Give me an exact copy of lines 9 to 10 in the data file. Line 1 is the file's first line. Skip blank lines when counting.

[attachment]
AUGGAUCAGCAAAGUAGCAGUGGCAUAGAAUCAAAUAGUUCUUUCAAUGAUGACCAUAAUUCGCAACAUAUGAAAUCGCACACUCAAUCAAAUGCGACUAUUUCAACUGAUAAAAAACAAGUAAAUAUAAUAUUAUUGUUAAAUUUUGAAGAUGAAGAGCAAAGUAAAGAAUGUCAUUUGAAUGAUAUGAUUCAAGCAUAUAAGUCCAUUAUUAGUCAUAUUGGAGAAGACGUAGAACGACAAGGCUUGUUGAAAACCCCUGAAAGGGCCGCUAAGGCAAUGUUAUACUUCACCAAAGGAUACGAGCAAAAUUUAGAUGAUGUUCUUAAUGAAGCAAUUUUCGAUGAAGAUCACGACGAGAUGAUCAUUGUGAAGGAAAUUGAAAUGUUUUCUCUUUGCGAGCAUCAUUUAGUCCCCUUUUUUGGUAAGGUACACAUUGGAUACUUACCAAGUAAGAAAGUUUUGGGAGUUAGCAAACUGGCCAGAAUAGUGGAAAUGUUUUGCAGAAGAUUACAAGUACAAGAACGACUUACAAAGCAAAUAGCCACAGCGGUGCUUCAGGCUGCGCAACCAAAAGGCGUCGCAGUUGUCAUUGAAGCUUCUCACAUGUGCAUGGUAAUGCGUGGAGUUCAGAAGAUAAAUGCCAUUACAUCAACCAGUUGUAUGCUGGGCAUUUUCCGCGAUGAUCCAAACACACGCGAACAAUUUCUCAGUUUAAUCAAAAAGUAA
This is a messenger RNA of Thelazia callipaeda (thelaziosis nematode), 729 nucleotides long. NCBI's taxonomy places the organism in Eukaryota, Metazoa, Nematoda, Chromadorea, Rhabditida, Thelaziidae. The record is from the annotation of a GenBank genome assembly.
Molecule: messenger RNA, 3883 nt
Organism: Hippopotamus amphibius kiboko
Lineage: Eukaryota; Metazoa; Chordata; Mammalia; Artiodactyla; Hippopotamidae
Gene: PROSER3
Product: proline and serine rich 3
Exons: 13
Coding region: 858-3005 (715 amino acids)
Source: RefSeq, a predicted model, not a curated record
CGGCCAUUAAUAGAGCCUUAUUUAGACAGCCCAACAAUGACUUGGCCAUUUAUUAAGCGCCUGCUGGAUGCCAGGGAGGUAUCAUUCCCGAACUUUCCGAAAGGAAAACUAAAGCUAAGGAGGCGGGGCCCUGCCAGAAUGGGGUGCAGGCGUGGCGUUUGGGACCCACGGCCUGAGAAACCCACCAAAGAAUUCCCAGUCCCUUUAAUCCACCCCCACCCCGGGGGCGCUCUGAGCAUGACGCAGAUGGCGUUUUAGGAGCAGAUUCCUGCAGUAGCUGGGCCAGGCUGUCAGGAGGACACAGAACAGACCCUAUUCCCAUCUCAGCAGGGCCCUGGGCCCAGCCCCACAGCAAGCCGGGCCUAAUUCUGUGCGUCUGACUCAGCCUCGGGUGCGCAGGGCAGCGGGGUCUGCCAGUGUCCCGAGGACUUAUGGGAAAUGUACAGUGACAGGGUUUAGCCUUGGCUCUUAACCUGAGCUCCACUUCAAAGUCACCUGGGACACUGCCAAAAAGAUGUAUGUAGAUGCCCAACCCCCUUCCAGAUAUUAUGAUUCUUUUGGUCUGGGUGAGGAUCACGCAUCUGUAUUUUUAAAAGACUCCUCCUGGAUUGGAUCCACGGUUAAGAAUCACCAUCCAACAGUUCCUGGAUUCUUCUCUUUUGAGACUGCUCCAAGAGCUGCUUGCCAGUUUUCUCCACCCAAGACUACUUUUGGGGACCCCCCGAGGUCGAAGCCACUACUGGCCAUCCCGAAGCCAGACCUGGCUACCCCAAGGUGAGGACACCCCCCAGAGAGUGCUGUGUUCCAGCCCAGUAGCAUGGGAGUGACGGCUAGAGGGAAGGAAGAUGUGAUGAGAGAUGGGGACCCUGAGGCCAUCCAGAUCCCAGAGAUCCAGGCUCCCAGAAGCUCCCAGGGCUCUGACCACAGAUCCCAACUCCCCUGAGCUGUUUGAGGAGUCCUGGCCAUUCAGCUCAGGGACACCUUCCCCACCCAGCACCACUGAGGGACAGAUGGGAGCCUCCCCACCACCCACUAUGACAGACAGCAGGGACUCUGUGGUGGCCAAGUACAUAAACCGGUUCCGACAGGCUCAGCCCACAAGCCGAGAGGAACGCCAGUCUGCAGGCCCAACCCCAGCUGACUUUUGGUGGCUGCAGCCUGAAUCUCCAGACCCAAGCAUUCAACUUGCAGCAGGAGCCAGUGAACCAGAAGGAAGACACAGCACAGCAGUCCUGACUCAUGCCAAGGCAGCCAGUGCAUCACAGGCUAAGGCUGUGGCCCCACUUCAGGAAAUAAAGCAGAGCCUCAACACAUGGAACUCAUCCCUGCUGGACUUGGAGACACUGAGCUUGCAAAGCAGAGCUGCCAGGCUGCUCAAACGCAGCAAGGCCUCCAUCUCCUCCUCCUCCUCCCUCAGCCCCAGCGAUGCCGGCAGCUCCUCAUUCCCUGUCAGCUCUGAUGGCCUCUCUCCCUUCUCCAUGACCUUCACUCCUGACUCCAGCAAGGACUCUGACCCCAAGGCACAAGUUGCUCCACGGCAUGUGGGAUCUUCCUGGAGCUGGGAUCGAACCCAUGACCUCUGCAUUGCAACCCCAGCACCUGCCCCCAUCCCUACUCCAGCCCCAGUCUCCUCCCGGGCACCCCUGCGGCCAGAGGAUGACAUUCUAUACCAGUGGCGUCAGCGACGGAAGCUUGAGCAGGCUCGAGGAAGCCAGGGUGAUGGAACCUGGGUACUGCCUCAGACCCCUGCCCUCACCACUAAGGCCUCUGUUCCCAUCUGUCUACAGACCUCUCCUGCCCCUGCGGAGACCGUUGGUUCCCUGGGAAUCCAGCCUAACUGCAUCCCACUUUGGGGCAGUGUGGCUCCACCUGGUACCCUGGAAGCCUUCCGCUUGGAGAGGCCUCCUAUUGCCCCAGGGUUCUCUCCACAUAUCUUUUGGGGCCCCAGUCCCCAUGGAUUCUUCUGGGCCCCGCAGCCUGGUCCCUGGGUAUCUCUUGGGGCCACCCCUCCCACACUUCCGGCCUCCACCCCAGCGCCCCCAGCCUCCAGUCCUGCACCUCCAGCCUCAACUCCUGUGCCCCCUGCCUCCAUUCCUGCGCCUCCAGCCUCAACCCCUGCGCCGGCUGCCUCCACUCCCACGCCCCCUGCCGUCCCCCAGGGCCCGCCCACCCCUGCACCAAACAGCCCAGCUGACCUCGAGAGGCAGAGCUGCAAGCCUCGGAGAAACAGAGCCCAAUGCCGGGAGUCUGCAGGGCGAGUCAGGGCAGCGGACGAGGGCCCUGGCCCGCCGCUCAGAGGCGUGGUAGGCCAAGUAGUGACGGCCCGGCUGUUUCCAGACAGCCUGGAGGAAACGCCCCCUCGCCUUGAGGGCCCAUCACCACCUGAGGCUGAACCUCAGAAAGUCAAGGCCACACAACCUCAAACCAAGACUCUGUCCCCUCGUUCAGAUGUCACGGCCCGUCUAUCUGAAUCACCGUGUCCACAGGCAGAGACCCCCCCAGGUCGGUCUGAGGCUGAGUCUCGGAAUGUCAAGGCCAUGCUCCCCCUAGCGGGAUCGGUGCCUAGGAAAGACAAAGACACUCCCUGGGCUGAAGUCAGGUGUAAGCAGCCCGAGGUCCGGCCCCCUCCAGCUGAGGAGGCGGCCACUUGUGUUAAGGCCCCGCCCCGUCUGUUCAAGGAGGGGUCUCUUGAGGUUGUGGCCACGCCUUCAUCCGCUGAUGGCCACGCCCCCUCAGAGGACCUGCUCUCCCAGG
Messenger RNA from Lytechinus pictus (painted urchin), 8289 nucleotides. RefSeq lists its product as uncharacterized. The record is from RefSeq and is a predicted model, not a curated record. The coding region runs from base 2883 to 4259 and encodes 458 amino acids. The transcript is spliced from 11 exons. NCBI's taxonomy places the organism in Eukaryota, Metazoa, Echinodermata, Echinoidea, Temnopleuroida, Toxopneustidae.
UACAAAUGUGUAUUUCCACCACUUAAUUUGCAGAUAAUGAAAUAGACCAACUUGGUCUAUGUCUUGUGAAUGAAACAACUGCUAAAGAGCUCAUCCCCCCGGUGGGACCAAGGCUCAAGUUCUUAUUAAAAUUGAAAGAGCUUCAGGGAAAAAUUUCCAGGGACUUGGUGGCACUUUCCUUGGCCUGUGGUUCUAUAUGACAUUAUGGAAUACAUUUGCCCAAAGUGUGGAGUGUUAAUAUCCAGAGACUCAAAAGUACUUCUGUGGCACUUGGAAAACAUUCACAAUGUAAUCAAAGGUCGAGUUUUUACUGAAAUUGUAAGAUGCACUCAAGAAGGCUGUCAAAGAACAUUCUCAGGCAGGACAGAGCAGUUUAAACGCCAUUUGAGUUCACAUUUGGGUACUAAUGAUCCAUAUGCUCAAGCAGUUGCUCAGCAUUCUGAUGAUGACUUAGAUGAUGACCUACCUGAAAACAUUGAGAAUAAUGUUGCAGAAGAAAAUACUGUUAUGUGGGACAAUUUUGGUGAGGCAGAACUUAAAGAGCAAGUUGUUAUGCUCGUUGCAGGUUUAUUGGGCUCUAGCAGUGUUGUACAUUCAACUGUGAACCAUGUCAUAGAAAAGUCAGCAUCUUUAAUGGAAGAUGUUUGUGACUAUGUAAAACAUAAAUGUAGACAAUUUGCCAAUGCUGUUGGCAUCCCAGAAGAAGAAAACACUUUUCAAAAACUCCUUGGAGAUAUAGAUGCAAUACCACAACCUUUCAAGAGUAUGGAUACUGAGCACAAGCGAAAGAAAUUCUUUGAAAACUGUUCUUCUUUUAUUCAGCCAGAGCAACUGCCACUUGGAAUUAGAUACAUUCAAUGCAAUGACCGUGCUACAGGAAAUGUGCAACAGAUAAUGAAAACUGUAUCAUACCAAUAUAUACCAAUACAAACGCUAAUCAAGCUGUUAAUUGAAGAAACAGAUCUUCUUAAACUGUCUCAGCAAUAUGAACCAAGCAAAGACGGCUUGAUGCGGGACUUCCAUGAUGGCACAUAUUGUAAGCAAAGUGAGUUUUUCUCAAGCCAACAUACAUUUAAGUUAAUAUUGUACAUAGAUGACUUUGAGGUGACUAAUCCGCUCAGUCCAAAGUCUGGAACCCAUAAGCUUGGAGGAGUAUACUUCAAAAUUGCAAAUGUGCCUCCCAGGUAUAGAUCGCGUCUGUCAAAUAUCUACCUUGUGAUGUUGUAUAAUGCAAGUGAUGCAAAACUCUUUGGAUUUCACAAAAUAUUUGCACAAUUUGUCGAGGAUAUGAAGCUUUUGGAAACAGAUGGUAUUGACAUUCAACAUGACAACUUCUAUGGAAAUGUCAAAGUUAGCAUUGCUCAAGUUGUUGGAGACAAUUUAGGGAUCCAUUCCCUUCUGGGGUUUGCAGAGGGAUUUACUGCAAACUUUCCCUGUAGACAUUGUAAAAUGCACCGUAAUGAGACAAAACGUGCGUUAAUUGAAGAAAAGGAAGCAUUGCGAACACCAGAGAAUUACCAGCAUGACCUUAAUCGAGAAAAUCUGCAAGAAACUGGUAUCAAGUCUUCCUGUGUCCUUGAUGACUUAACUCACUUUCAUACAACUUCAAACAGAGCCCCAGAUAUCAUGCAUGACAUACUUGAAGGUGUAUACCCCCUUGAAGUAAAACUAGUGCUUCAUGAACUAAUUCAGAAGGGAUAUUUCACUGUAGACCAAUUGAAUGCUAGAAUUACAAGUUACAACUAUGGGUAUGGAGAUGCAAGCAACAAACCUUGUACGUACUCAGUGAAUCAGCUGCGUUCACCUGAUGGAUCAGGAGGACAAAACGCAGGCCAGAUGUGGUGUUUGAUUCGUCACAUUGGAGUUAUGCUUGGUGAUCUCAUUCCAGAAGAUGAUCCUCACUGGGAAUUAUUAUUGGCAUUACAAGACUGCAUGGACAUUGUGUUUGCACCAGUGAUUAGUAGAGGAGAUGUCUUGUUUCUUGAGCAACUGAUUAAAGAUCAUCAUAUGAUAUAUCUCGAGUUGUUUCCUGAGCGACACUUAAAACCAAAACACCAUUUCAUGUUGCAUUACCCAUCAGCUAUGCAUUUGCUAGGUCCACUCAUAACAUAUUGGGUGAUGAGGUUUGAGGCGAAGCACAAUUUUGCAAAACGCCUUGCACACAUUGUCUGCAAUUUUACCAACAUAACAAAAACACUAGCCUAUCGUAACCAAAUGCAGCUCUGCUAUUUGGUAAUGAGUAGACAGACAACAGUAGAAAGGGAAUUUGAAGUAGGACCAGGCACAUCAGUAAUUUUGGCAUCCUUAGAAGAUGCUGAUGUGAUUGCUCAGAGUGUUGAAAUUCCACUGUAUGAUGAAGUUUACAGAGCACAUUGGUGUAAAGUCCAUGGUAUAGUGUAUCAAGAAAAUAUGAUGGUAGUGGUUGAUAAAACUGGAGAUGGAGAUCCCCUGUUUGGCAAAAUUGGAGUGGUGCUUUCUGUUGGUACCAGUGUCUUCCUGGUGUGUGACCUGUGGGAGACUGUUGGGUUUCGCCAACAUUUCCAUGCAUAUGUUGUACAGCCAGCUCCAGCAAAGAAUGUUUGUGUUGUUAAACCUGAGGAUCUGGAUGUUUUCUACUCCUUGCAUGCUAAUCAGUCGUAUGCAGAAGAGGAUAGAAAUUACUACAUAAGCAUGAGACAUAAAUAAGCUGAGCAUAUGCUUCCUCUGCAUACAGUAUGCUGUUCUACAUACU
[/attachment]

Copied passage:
Coding region: 858-3005 (715 amino acids)
Source: RefSeq, a predicted model, not a curated record